Art History & Appreciation

Whose Stories Are Told in American Art?

Event Information
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Advance registration is required.

This is event is being held online. After registering, connection information will be emailed to you.

General Public
PAFA Members: $60
Lori Waselchuk
Jaune Quick-to-See Smith, What is an American?

Dr. Anna Marley, Chief of Curatorial Affairs and the Kenneth R. Woodcock Curator of Historical American Art, will lead an online lecture series reconsidering PAFA’s storied legacy and unparalleled collection by viewing it through the lens of America’s collective history. Leading art scholars from across the country, including Dr. Dana Byrd, Associate Professor of Art History at Bowdoin, Dr. Christian Ayne Crouch, Associate Professor of History at Bard College, and Dr. Jonathan Katz, Associate Professor of Practice, History of Art at the University of Pennsylvania, reconsider PAFA’s collection allowing for a visual accounting of shifting narratives and perspectives.

In this lecture series, scholars respond to PAFA’s current exhibition Making American Artists: Stories from PAFA, 1776 – 1976, curated by Dr. Anna Marley. Attendees will learn about PAFA’s dual legacy of training artists and collecting the art of the United States. The scholars will share their investigations into questions about who constructs history and what it means to be an American, while acknowledging the proliferation of artistic voices that have given the American nation its distinct character.

The lectures take place online. Live attendees may participate in Q&A sessions.

Can't make a Wednesday evening? All registrants will have access to recordings for 60 days.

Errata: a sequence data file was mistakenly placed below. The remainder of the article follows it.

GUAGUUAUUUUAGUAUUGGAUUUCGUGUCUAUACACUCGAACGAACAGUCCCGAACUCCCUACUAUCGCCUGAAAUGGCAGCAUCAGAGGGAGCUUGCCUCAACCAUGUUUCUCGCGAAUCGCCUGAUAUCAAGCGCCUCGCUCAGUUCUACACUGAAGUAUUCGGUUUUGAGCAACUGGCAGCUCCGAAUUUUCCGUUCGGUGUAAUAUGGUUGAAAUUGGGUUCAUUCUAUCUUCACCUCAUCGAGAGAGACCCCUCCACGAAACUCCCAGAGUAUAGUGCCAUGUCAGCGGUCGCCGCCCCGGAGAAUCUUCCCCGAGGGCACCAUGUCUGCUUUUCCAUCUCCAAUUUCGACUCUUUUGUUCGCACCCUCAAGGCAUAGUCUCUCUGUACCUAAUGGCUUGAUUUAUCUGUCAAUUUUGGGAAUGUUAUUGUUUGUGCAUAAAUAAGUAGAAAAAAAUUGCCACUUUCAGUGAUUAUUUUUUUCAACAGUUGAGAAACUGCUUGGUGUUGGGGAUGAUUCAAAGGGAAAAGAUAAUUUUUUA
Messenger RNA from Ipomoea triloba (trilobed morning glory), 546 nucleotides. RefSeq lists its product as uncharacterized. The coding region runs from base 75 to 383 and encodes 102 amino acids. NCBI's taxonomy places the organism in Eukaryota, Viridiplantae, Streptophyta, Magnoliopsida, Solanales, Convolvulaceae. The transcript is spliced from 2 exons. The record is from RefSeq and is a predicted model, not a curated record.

Scholarships to attend this online series are available. Please click here to learn more and apply. 

Image: Jaune Quick-to-See Smith (b. 1960), What Is An American?, 2001-03, lithograph, chine collé, monotype, 68 x 40 in, Gift of Ofelia Garcia, © Jaune Quick-to-See Smith


"Aaron", by Thomas Hart Benton

Those Who Went Before: Black Art at the Pennsylvania Academy of the Fine Arts 

7 PM, October 26

Dr. Dana Byrd will present an in-depth history of PAFA's commitment to collecting and representing the diversity of art produced by and of African Americans. 

Dana E. Byrd is a scholar of American art and material culture and Associate Professor of Art History at Bowdoin College. Supported by the Ford, Mellon and Wyeth Foundations, her research engages with questions of place and the role of art and artifacts in everyday life. She was the co-curator, with Frank H. Goodyear of a traveling exhibition and catalog, Winslow Homer and the Camera: Photography and the Art of Painting. Her book manuscript, Reconstructions: Freedom on the South Carolina Sea Island Plantation, 1861-1877, uses art and artifacts to examine the landscape of the transformed Reconstruction-Era plantation.  She is currently at work on project that uses provenance records to explore the circulation of paintings of African Americans during the nineteenth century.

Image: Thomas Hart Benton (1889-1975), Aaron, 1941, Oil and egg tempera on canvas, mounted on plywood, Joseph E. Temple Fund